"Pure capitalism is characterized by private ownership of resources and by reliance on markets, in which buyers and sellers come together and determine what quantities of goods and resources are sold and at what price. Here no central authority oversees production and consumption. Rather, economic decisions are coordinated by the actions of large numbers of consumers and producers, each operating in his or her own self-interest. Because property is privately owned, it can be used in whatever manner its owner chooses (Ragan and Thomas, p. 46)."
Europe had its capitalistic beginnings in the mid-seventeenth century. However, medieval Europe is characterized by the antithesis of this kind of economy. Who caused the pendulum to swing? Historians, with their tendency to generalize, often lose in the aggregate, or barely touch upon the root reformers of this era. The Northern Italians laid the foundations for the dissolution of the feudal order and the transformation of Europe into a capitalist region.
Life in medieval Europe can be characterized by sameness. That is, relative to the life expectancy of a human being, little changed from year to year. Granted, there were periods of war and civil unrest, but the society as a whole remained unchanged. If a person was born into a poor family, then he or she would remain poor with virtually no exceptions. Society was regimented from top to bottom with predetermined social status, and no room for the ambitious.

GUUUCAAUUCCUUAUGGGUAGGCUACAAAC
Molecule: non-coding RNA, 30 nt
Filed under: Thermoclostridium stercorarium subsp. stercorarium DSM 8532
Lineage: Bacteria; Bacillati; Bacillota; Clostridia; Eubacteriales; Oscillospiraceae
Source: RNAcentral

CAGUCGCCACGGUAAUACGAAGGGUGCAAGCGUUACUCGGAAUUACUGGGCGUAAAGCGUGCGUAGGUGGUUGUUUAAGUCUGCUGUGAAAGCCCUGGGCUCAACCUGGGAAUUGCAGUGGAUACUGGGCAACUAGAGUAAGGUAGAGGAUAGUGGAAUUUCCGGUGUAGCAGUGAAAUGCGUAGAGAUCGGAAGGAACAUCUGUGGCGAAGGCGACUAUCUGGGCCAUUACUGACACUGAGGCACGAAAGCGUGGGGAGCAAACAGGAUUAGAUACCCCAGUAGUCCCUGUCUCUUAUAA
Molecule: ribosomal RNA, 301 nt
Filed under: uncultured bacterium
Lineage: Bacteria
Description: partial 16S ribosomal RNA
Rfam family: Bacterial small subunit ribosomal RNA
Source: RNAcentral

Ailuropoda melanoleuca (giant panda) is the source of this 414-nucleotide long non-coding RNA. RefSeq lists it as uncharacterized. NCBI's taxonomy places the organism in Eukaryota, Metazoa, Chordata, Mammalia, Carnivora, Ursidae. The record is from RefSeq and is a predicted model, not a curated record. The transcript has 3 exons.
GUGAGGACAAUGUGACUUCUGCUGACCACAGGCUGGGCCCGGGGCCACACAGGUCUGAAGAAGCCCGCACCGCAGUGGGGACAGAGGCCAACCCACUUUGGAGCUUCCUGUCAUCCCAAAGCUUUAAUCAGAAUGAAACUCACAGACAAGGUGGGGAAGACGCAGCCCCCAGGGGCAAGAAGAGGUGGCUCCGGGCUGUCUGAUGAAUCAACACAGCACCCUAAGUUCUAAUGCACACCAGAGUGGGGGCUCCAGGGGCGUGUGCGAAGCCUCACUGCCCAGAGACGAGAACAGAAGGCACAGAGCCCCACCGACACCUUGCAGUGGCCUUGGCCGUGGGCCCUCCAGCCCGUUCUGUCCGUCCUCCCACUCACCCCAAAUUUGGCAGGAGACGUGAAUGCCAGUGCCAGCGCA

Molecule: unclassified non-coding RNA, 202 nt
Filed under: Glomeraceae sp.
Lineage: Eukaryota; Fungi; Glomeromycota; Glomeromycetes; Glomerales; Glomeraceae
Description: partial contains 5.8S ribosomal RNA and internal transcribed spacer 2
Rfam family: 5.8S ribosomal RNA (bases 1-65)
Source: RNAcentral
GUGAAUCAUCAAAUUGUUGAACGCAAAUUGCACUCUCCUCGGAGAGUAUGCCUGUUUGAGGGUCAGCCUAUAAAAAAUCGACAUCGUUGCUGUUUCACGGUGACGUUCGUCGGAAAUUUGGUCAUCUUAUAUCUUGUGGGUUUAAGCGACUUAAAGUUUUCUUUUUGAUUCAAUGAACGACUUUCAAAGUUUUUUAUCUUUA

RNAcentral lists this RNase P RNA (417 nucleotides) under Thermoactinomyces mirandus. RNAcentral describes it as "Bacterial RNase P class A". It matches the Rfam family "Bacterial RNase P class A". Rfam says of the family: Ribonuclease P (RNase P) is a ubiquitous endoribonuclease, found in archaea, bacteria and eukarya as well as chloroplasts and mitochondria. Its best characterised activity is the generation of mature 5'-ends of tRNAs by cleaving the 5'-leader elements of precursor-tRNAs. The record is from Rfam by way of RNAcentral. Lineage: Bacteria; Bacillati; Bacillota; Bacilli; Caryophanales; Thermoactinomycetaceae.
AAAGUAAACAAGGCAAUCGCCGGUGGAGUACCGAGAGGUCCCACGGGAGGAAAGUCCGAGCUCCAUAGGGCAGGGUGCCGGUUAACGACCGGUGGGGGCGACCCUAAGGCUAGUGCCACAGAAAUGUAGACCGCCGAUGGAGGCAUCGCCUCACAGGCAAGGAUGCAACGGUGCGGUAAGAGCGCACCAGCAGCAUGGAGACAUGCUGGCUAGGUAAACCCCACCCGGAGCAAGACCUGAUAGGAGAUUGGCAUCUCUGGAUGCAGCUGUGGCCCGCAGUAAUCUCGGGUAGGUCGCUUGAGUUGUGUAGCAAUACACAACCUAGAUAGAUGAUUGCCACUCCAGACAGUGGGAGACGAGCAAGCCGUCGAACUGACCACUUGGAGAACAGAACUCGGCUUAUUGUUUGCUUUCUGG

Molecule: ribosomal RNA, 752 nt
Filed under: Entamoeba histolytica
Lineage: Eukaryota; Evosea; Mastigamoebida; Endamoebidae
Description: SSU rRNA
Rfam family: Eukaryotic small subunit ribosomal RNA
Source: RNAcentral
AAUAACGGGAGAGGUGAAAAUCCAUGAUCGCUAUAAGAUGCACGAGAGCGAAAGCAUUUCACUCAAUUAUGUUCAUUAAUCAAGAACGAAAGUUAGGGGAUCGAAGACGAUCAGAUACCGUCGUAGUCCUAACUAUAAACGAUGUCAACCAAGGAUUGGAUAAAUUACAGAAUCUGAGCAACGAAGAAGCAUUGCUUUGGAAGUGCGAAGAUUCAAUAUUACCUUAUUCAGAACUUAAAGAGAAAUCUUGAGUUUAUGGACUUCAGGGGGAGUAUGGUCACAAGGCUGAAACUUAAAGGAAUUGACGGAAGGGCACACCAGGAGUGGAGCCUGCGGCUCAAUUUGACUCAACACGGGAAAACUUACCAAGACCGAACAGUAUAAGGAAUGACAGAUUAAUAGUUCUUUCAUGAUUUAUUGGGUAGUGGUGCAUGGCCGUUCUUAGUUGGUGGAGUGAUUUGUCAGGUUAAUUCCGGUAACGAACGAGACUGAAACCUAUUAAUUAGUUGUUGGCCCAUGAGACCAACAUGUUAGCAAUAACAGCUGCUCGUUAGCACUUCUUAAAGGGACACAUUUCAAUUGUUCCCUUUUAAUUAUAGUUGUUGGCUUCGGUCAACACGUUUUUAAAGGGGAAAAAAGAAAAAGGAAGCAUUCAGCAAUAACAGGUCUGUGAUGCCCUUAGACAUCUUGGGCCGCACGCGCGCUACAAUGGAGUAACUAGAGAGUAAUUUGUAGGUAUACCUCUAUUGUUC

Even an individual's social contacts were largely limited to their local area. The vast majority of medieval society was engaged in agricultural endeavors. These endeavors were carried out on communal farms owned by a nobl...
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...he Northern Italian commercial influence took hold, the old order was destined to fail. Considering the plight of the serfs, it is of no wonder why mercantilism grew in appeal. The capitalistic enterprise offered never encounter opportunities for the ambitious. This gave rise to growing, innovative and prosperous Europe.
Birdzell, L. E., Jr. & Rosenberg, Nathan. How the West Grew Rich: The Economic Transformation of the Industrial World. Basic Books. New York: 1986.
Crow, John A. Italy: A Journey Through Time. Harper & Row. New York: 1965,
Hilton, Rodney. The Transition from Feudalism to Capitalism. Humanities Press. London: 1976.
Pirenne, Henri. A History of Europe. University Books. New Hyde Park, New York: 1955.
Ragan, James F., Jr. & Thomas, Lloyd B., Jr. Principles of Macroeconomics. The Dryden Press. Fort Worth, TX: 1992.
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